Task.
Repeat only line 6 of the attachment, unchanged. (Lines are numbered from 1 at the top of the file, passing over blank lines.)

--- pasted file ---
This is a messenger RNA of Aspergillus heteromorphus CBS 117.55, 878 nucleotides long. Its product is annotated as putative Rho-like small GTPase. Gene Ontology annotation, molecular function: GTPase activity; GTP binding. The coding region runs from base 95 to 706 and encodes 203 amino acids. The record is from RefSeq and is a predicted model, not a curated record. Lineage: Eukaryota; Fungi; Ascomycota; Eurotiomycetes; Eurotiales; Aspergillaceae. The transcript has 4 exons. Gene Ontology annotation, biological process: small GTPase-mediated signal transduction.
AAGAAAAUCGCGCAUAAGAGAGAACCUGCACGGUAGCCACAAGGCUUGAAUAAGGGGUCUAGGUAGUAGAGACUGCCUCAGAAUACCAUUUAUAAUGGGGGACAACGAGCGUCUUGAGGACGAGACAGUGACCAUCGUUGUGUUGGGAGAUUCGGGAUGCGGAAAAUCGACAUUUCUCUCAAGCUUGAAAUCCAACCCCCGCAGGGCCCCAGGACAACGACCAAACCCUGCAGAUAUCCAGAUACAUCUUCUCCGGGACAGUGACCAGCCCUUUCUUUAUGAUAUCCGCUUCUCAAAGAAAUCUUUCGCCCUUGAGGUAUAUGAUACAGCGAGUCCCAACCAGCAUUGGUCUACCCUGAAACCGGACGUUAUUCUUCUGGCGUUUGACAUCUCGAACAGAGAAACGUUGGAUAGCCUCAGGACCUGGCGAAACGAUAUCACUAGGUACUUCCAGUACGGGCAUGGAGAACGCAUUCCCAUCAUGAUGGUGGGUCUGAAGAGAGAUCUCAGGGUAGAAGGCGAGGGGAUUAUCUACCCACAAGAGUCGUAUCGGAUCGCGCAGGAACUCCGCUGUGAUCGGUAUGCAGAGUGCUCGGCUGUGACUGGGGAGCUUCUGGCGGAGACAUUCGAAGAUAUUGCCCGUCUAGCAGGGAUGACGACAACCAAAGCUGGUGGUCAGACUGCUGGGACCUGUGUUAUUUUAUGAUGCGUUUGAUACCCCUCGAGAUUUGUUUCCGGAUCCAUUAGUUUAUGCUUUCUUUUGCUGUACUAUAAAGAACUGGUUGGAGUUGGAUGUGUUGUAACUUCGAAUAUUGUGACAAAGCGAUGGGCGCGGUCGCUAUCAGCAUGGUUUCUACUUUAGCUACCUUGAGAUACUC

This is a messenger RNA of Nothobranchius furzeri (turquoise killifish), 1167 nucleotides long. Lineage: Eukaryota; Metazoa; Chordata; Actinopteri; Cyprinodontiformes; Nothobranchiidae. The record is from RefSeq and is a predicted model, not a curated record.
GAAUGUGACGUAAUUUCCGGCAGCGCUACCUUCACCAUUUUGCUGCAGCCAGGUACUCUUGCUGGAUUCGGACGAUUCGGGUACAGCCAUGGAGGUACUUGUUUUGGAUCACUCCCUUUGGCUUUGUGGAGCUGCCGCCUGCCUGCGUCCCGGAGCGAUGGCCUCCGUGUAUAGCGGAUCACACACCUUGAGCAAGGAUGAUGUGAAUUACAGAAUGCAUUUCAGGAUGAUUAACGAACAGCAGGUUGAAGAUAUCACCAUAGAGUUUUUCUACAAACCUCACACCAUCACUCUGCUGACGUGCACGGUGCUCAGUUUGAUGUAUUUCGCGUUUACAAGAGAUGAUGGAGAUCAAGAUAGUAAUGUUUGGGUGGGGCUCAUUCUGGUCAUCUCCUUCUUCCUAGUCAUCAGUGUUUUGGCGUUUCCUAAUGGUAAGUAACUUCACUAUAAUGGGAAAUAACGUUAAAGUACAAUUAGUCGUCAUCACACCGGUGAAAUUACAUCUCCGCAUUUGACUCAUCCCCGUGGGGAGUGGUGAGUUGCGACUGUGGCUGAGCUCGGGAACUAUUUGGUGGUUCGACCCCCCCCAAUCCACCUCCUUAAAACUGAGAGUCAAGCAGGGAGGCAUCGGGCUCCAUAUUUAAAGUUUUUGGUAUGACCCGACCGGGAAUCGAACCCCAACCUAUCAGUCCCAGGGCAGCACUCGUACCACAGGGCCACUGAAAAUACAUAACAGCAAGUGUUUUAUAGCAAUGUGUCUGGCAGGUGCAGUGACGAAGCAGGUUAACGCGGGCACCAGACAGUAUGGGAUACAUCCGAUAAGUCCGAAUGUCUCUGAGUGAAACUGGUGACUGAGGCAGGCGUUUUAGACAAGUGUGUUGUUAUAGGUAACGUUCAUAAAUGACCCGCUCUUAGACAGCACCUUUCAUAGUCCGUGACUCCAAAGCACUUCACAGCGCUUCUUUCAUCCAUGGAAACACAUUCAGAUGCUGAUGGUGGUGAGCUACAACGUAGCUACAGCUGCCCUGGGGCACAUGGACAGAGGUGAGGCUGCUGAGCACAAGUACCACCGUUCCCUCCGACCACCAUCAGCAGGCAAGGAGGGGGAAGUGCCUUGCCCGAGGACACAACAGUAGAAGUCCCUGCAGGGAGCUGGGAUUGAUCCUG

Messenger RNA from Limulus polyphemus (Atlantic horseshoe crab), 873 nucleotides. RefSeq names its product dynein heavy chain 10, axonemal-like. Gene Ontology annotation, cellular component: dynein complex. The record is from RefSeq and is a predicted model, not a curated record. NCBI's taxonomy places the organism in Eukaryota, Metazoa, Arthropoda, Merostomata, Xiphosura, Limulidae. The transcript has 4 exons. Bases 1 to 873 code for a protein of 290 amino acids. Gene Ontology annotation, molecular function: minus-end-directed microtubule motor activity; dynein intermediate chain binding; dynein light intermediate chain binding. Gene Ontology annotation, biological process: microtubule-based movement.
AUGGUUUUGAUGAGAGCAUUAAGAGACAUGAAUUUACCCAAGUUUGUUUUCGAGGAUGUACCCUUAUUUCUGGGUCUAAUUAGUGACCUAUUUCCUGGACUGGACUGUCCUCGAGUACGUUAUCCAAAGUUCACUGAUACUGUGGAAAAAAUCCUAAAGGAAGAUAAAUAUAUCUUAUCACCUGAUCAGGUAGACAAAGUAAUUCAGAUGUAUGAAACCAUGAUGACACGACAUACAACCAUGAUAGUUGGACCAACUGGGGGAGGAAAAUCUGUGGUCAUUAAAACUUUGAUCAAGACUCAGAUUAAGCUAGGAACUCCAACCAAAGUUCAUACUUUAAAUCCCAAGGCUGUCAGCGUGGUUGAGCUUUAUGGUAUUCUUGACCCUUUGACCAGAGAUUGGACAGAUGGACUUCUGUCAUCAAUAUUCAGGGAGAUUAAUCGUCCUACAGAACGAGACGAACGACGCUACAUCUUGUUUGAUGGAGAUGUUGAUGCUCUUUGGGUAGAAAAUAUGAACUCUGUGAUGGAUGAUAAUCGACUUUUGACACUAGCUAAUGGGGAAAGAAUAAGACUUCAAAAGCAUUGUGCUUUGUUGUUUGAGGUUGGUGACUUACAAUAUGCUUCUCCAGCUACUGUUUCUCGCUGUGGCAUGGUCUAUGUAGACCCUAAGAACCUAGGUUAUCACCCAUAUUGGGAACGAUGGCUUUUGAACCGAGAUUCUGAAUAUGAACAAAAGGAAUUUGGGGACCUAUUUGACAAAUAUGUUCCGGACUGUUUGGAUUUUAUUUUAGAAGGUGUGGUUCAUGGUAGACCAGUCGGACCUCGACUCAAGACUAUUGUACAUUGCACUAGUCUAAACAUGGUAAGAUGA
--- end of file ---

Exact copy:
AUGGUUUUGAUGAGAGCAUUAAGAGACAUGAAUUUACCCAAGUUUGUUUUCGAGGAUGUACCCUUAUUUCUGGGUCUAAUUAGUGACCUAUUUCCUGGACUGGACUGUCCUCGAGUACGUUAUCCAAAGUUCACUGAUACUGUGGAAAAAAUCCUAAAGGAAGAUAAAUAUAUCUUAUCACCUGAUCAGGUAGACAAAGUAAUUCAGAUGUAUGAAACCAUGAUGACACGACAUACAACCAUGAUAGUUGGACCAACUGGGGGAGGAAAAUCUGUGGUCAUUAAAACUUUGAUCAAGACUCAGAUUAAGCUAGGAACUCCAACCAAAGUUCAUACUUUAAAUCCCAAGGCUGUCAGCGUGGUUGAGCUUUAUGGUAUUCUUGACCCUUUGACCAGAGAUUGGACAGAUGGACUUCUGUCAUCAAUAUUCAGGGAGAUUAAUCGUCCUACAGAACGAGACGAACGACGCUACAUCUUGUUUGAUGGAGAUGUUGAUGCUCUUUGGGUAGAAAAUAUGAACUCUGUGAUGGAUGAUAAUCGACUUUUGACACUAGCUAAUGGGGAAAGAAUAAGACUUCAAAAGCAUUGUGCUUUGUUGUUUGAGGUUGGUGACUUACAAUAUGCUUCUCCAGCUACUGUUUCUCGCUGUGGCAUGGUCUAUGUAGACCCUAAGAACCUAGGUUAUCACCCAUAUUGGGAACGAUGGCUUUUGAACCGAGAUUCUGAAUAUGAACAAAAGGAAUUUGGGGACCUAUUUGACAAAUAUGUUCCGGACUGUUUGGAUUUUAUUUUAGAAGGUGUGGUUCAUGGUAGACCAGUCGGACCUCGACUCAAGACUAUUGUACAUUGCACUAGUCUAAACAUGGUAAGAUGA